By default, I carry one line around. Just one. I have been in situations where I wished I had a backup line available, but I really, really, really do hate to carry two phones around. Not that I haven’t done so occasionally. I have. Once in a while, I still do, especially when I am reviewing a phone. But as a rule, I am a one-phone person. The one line that I carry around is powered by Glo. Why Glo?
First and foremost, I am a data person. That means, messaging and internet are my priority over and above voice calls. It is not just data either. It has to be fast data. Broadband. 3G. Glo meets that need for me. I get full 3G bars on my Glo line. Before Glo, I had used Airtel and MTN as primary lines. Both of those networks failed me big time. MTN has these silly error messages that turn up from time to time while browsing. Plus, from 9PM to around 1AM, MTN internet is near unusable. Airtel? I still get 0 to 2 bars of 3G on my Airtel line, and neither of their 3G nor 2G internet services have worked well for me. Very epileptic.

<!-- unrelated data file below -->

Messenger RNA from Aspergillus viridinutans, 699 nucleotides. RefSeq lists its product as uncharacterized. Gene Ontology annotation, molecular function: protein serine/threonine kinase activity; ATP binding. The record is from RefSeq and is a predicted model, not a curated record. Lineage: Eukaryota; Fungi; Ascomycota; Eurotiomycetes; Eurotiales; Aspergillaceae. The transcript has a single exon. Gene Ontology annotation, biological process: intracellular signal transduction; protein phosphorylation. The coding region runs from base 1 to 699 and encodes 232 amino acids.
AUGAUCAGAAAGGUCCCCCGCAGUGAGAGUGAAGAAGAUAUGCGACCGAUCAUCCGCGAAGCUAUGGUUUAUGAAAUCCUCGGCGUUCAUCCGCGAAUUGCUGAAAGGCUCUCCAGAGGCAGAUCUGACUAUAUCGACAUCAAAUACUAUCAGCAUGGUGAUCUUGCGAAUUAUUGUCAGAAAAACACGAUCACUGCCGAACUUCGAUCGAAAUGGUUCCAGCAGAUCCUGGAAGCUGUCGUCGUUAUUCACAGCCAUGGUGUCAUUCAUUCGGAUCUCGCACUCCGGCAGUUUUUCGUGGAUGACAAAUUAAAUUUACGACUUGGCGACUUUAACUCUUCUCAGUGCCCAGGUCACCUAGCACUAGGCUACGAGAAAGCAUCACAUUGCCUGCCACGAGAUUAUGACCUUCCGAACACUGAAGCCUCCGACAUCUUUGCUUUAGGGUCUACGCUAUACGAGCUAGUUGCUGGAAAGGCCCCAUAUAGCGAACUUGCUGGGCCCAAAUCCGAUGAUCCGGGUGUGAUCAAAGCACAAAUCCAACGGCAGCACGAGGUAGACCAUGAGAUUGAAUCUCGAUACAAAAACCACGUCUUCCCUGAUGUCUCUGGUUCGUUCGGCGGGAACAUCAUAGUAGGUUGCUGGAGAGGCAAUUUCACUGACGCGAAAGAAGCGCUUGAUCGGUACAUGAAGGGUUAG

What of Etisalat? Etisalat was promising in the early days. They had relatively reliable EDGE coverage and service, and then later added 3G service. For a time, I deployed Etisalat 3G for my home and office hotspots. Then, all of a sudden, quality of service on Etisalat dropped and finally 3G service disappeared at my location. I have complained. Till today, things have remained the same. I hate to nag, so I have let it go and put my Etisalat SIMs on the shelf.
As such, I am stuck with Glo. I get fast and relatively stable 3G service on Glo. Of course, like every other network, they do mess up with mobile internet, voice and SMS every now and then. But Glo is the network that provides me with what I need the most. So, what does this mobile number portability thing mean for me? Right now, Nothing. It is all over my head. Perhaps some day, I will be excited about it. But I would love for that day not to come. And only my current network provider, Glo, can guarantee that by keeping me happy.
Founder of MobilityArena. Yomi’s journey in mobile started in 2001. Besides obsessing over mobile phones, he also started creating WAP sites (early mobile-friendly websites created with WML). He began writing about phones in 2004 and has been at it since then. He has owned over 200 devices, from Symbian, Palm, PocketPC/Windows Mobile, BlackBerry/BB10, webOS, Windows Phone, Firefox, Ubuntu Touch, to Android, iOS, and KaiOS operating systems.